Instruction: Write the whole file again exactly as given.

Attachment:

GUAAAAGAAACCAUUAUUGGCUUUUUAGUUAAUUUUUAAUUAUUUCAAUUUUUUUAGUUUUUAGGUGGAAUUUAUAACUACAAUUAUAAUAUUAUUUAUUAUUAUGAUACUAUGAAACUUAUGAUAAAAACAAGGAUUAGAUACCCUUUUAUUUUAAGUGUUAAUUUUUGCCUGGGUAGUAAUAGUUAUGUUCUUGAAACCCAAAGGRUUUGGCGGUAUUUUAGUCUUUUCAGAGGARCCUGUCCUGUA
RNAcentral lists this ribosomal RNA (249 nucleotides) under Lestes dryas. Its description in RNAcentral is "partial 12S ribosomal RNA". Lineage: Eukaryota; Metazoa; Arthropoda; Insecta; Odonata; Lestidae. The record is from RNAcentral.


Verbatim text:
GUAAAAGAAACCAUUAUUGGCUUUUUAGUUAAUUUUUAAUUAUUUCAAUUUUUUUAGUUUUUAGGUGGAAUUUAUAACUACAAUUAUAAUAUUAUUUAUUAUUAUGAUACUAUGAAACUUAUGAUAAAAACAAGGAUUAGAUACCCUUUUAUUUUAAGUGUUAAUUUUUGCCUGGGUAGUAAUAGUUAUGUUCUUGAAACCCAAAGGRUUUGGCGGUAUUUUAGUCUUUUCAGAGGARCCUGUCCUGUA
RNAcentral lists this ribosomal RNA (249 nucleotides) under Lestes dryas. Its description in RNAcentral is "partial 12S ribosomal RNA". Lineage: Eukaryota; Metazoa; Arthropoda; Insecta; Odonata; Lestidae. The record is from RNAcentral.